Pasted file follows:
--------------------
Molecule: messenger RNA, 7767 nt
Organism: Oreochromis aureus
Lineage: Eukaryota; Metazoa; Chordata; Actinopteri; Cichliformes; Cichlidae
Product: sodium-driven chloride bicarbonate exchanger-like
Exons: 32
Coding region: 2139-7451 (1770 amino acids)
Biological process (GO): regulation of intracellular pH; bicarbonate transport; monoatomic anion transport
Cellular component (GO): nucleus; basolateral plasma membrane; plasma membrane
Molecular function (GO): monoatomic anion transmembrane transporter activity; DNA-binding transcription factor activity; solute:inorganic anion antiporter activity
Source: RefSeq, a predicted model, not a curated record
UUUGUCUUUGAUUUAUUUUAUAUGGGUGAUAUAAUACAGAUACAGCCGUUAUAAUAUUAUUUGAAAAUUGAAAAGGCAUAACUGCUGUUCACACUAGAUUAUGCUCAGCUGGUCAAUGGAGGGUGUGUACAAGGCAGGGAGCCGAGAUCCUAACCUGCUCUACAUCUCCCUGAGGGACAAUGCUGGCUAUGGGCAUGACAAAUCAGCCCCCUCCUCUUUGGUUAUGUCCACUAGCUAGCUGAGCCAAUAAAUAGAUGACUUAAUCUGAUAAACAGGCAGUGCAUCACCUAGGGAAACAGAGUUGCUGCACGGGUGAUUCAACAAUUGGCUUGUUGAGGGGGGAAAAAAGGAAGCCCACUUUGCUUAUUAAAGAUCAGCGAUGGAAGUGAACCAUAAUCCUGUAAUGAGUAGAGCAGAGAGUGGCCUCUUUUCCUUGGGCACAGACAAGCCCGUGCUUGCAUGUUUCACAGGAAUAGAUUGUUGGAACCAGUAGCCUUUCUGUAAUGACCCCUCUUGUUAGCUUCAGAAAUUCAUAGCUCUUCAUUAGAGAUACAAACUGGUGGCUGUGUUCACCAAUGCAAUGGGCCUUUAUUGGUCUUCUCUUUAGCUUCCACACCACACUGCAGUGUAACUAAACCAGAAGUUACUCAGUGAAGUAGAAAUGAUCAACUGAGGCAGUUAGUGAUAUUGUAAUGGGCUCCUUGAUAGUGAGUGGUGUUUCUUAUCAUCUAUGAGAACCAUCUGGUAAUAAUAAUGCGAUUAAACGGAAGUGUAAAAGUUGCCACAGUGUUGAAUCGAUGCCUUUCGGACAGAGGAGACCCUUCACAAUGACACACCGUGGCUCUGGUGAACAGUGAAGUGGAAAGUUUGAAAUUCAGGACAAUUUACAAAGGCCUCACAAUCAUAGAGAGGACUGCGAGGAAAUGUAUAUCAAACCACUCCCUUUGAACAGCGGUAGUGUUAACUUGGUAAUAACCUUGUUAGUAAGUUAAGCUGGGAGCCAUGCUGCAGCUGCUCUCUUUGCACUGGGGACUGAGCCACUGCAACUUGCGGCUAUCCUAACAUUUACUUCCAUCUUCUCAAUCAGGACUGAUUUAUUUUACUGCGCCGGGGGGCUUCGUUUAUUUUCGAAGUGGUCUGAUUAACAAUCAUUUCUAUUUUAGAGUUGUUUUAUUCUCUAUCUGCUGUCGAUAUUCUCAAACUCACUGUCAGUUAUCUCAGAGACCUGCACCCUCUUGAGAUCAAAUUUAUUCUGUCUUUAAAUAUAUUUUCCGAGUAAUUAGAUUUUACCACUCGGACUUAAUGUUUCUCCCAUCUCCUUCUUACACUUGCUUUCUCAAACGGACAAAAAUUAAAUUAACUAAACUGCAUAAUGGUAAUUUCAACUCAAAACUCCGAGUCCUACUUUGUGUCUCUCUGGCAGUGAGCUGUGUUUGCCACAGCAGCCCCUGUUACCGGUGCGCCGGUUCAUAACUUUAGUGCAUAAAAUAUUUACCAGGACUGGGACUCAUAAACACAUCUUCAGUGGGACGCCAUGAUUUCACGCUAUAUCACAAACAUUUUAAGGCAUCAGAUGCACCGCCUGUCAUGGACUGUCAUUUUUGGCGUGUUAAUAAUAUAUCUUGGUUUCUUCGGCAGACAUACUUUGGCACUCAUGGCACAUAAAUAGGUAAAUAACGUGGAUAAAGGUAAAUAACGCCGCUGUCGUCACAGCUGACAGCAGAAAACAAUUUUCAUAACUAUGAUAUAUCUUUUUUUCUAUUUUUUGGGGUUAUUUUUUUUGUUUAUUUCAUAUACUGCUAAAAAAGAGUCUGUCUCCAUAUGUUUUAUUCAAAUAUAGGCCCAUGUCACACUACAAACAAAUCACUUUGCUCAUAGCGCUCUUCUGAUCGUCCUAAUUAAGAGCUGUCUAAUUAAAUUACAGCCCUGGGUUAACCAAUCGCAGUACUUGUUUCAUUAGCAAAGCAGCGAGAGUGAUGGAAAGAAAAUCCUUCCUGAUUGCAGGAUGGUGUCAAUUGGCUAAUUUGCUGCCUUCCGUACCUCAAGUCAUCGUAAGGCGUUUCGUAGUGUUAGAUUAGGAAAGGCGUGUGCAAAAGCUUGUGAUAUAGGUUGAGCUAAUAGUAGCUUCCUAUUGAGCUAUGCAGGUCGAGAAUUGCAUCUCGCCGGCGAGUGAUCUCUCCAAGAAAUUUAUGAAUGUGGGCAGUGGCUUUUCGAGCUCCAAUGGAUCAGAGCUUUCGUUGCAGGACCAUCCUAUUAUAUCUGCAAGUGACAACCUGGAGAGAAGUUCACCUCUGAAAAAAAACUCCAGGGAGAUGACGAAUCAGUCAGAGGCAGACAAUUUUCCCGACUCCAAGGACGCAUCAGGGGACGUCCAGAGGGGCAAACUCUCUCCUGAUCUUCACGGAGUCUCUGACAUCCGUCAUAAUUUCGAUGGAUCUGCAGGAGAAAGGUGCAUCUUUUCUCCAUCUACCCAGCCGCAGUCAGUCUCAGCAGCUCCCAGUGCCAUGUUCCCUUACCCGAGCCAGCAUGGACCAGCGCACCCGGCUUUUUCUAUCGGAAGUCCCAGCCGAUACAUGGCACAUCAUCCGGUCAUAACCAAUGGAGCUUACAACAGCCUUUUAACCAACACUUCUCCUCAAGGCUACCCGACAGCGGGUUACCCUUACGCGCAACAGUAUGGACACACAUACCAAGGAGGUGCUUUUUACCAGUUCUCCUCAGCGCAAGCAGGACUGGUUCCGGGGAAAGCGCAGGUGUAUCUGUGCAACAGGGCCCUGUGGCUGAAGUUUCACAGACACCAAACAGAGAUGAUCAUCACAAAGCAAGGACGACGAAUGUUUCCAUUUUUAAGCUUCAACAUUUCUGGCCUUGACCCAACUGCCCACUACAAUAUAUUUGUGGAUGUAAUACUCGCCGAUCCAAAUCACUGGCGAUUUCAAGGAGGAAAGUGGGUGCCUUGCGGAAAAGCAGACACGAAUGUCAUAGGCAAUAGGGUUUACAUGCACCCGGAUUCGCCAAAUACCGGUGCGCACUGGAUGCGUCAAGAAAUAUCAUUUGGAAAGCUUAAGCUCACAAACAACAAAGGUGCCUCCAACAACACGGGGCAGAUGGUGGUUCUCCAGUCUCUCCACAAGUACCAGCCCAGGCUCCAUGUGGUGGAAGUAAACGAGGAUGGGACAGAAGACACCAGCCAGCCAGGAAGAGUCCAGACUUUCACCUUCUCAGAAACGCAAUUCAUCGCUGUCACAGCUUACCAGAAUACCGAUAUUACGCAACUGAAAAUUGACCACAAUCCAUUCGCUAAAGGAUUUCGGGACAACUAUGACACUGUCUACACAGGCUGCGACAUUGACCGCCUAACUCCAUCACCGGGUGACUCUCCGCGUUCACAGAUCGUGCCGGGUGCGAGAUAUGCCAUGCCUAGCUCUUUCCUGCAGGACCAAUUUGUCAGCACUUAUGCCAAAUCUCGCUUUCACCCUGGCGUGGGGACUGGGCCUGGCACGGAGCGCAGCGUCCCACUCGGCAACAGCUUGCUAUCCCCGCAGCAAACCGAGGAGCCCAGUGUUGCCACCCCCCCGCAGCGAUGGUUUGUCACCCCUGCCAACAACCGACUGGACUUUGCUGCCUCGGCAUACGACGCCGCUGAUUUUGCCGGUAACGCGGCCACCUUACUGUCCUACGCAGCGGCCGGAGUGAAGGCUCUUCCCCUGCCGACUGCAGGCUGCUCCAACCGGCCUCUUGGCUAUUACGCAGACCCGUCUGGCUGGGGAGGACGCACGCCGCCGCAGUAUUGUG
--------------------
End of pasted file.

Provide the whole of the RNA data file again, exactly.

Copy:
Molecule: messenger RNA, 7767 nt
Organism: Oreochromis aureus
Lineage: Eukaryota; Metazoa; Chordata; Actinopteri; Cichliformes; Cichlidae
Product: sodium-driven chloride bicarbonate exchanger-like
Exons: 32
Coding region: 2139-7451 (1770 amino acids)
Biological process (GO): regulation of intracellular pH; bicarbonate transport; monoatomic anion transport
Cellular component (GO): nucleus; basolateral plasma membrane; plasma membrane
Molecular function (GO): monoatomic anion transmembrane transporter activity; DNA-binding transcription factor activity; solute:inorganic anion antiporter activity
Source: RefSeq, a predicted model, not a curated record
UUUGUCUUUGAUUUAUUUUAUAUGGGUGAUAUAAUACAGAUACAGCCGUUAUAAUAUUAUUUGAAAAUUGAAAAGGCAUAACUGCUGUUCACACUAGAUUAUGCUCAGCUGGUCAAUGGAGGGUGUGUACAAGGCAGGGAGCCGAGAUCCUAACCUGCUCUACAUCUCCCUGAGGGACAAUGCUGGCUAUGGGCAUGACAAAUCAGCCCCCUCCUCUUUGGUUAUGUCCACUAGCUAGCUGAGCCAAUAAAUAGAUGACUUAAUCUGAUAAACAGGCAGUGCAUCACCUAGGGAAACAGAGUUGCUGCACGGGUGAUUCAACAAUUGGCUUGUUGAGGGGGGAAAAAAGGAAGCCCACUUUGCUUAUUAAAGAUCAGCGAUGGAAGUGAACCAUAAUCCUGUAAUGAGUAGAGCAGAGAGUGGCCUCUUUUCCUUGGGCACAGACAAGCCCGUGCUUGCAUGUUUCACAGGAAUAGAUUGUUGGAACCAGUAGCCUUUCUGUAAUGACCCCUCUUGUUAGCUUCAGAAAUUCAUAGCUCUUCAUUAGAGAUACAAACUGGUGGCUGUGUUCACCAAUGCAAUGGGCCUUUAUUGGUCUUCUCUUUAGCUUCCACACCACACUGCAGUGUAACUAAACCAGAAGUUACUCAGUGAAGUAGAAAUGAUCAACUGAGGCAGUUAGUGAUAUUGUAAUGGGCUCCUUGAUAGUGAGUGGUGUUUCUUAUCAUCUAUGAGAACCAUCUGGUAAUAAUAAUGCGAUUAAACGGAAGUGUAAAAGUUGCCACAGUGUUGAAUCGAUGCCUUUCGGACAGAGGAGACCCUUCACAAUGACACACCGUGGCUCUGGUGAACAGUGAAGUGGAAAGUUUGAAAUUCAGGACAAUUUACAAAGGCCUCACAAUCAUAGAGAGGACUGCGAGGAAAUGUAUAUCAAACCACUCCCUUUGAACAGCGGUAGUGUUAACUUGGUAAUAACCUUGUUAGUAAGUUAAGCUGGGAGCCAUGCUGCAGCUGCUCUCUUUGCACUGGGGACUGAGCCACUGCAACUUGCGGCUAUCCUAACAUUUACUUCCAUCUUCUCAAUCAGGACUGAUUUAUUUUACUGCGCCGGGGGGCUUCGUUUAUUUUCGAAGUGGUCUGAUUAACAAUCAUUUCUAUUUUAGAGUUGUUUUAUUCUCUAUCUGCUGUCGAUAUUCUCAAACUCACUGUCAGUUAUCUCAGAGACCUGCACCCUCUUGAGAUCAAAUUUAUUCUGUCUUUAAAUAUAUUUUCCGAGUAAUUAGAUUUUACCACUCGGACUUAAUGUUUCUCCCAUCUCCUUCUUACACUUGCUUUCUCAAACGGACAAAAAUUAAAUUAACUAAACUGCAUAAUGGUAAUUUCAACUCAAAACUCCGAGUCCUACUUUGUGUCUCUCUGGCAGUGAGCUGUGUUUGCCACAGCAGCCCCUGUUACCGGUGCGCCGGUUCAUAACUUUAGUGCAUAAAAUAUUUACCAGGACUGGGACUCAUAAACACAUCUUCAGUGGGACGCCAUGAUUUCACGCUAUAUCACAAACAUUUUAAGGCAUCAGAUGCACCGCCUGUCAUGGACUGUCAUUUUUGGCGUGUUAAUAAUAUAUCUUGGUUUCUUCGGCAGACAUACUUUGGCACUCAUGGCACAUAAAUAGGUAAAUAACGUGGAUAAAGGUAAAUAACGCCGCUGUCGUCACAGCUGACAGCAGAAAACAAUUUUCAUAACUAUGAUAUAUCUUUUUUUCUAUUUUUUGGGGUUAUUUUUUUUGUUUAUUUCAUAUACUGCUAAAAAAGAGUCUGUCUCCAUAUGUUUUAUUCAAAUAUAGGCCCAUGUCACACUACAAACAAAUCACUUUGCUCAUAGCGCUCUUCUGAUCGUCCUAAUUAAGAGCUGUCUAAUUAAAUUACAGCCCUGGGUUAACCAAUCGCAGUACUUGUUUCAUUAGCAAAGCAGCGAGAGUGAUGGAAAGAAAAUCCUUCCUGAUUGCAGGAUGGUGUCAAUUGGCUAAUUUGCUGCCUUCCGUACCUCAAGUCAUCGUAAGGCGUUUCGUAGUGUUAGAUUAGGAAAGGCGUGUGCAAAAGCUUGUGAUAUAGGUUGAGCUAAUAGUAGCUUCCUAUUGAGCUAUGCAGGUCGAGAAUUGCAUCUCGCCGGCGAGUGAUCUCUCCAAGAAAUUUAUGAAUGUGGGCAGUGGCUUUUCGAGCUCCAAUGGAUCAGAGCUUUCGUUGCAGGACCAUCCUAUUAUAUCUGCAAGUGACAACCUGGAGAGAAGUUCACCUCUGAAAAAAAACUCCAGGGAGAUGACGAAUCAGUCAGAGGCAGACAAUUUUCCCGACUCCAAGGACGCAUCAGGGGACGUCCAGAGGGGCAAACUCUCUCCUGAUCUUCACGGAGUCUCUGACAUCCGUCAUAAUUUCGAUGGAUCUGCAGGAGAAAGGUGCAUCUUUUCUCCAUCUACCCAGCCGCAGUCAGUCUCAGCAGCUCCCAGUGCCAUGUUCCCUUACCCGAGCCAGCAUGGACCAGCGCACCCGGCUUUUUCUAUCGGAAGUCCCAGCCGAUACAUGGCACAUCAUCCGGUCAUAACCAAUGGAGCUUACAACAGCCUUUUAACCAACACUUCUCCUCAAGGCUACCCGACAGCGGGUUACCCUUACGCGCAACAGUAUGGACACACAUACCAAGGAGGUGCUUUUUACCAGUUCUCCUCAGCGCAAGCAGGACUGGUUCCGGGGAAAGCGCAGGUGUAUCUGUGCAACAGGGCCCUGUGGCUGAAGUUUCACAGACACCAAACAGAGAUGAUCAUCACAAAGCAAGGACGACGAAUGUUUCCAUUUUUAAGCUUCAACAUUUCUGGCCUUGACCCAACUGCCCACUACAAUAUAUUUGUGGAUGUAAUACUCGCCGAUCCAAAUCACUGGCGAUUUCAAGGAGGAAAGUGGGUGCCUUGCGGAAAAGCAGACACGAAUGUCAUAGGCAAUAGGGUUUACAUGCACCCGGAUUCGCCAAAUACCGGUGCGCACUGGAUGCGUCAAGAAAUAUCAUUUGGAAAGCUUAAGCUCACAAACAACAAAGGUGCCUCCAACAACACGGGGCAGAUGGUGGUUCUCCAGUCUCUCCACAAGUACCAGCCCAGGCUCCAUGUGGUGGAAGUAAACGAGGAUGGGACAGAAGACACCAGCCAGCCAGGAAGAGUCCAGACUUUCACCUUCUCAGAAACGCAAUUCAUCGCUGUCACAGCUUACCAGAAUACCGAUAUUACGCAACUGAAAAUUGACCACAAUCCAUUCGCUAAAGGAUUUCGGGACAACUAUGACACUGUCUACACAGGCUGCGACAUUGACCGCCUAACUCCAUCACCGGGUGACUCUCCGCGUUCACAGAUCGUGCCGGGUGCGAGAUAUGCCAUGCCUAGCUCUUUCCUGCAGGACCAAUUUGUCAGCACUUAUGCCAAAUCUCGCUUUCACCCUGGCGUGGGGACUGGGCCUGGCACGGAGCGCAGCGUCCCACUCGGCAACAGCUUGCUAUCCCCGCAGCAAACCGAGGAGCCCAGUGUUGCCACCCCCCCGCAGCGAUGGUUUGUCACCCCUGCCAACAACCGACUGGACUUUGCUGCCUCGGCAUACGACGCCGCUGAUUUUGCCGGUAACGCGGCCACCUUACUGUCCUACGCAGCGGCCGGAGUGAAGGCUCUUCCCCUGCCGACUGCAGGCUGCUCCAACCGGCCUCUUGGCUAUUACGCAGACCCGUCUGGCUGGGGAGGACGCACGCCGCCGCAGUAUUGUG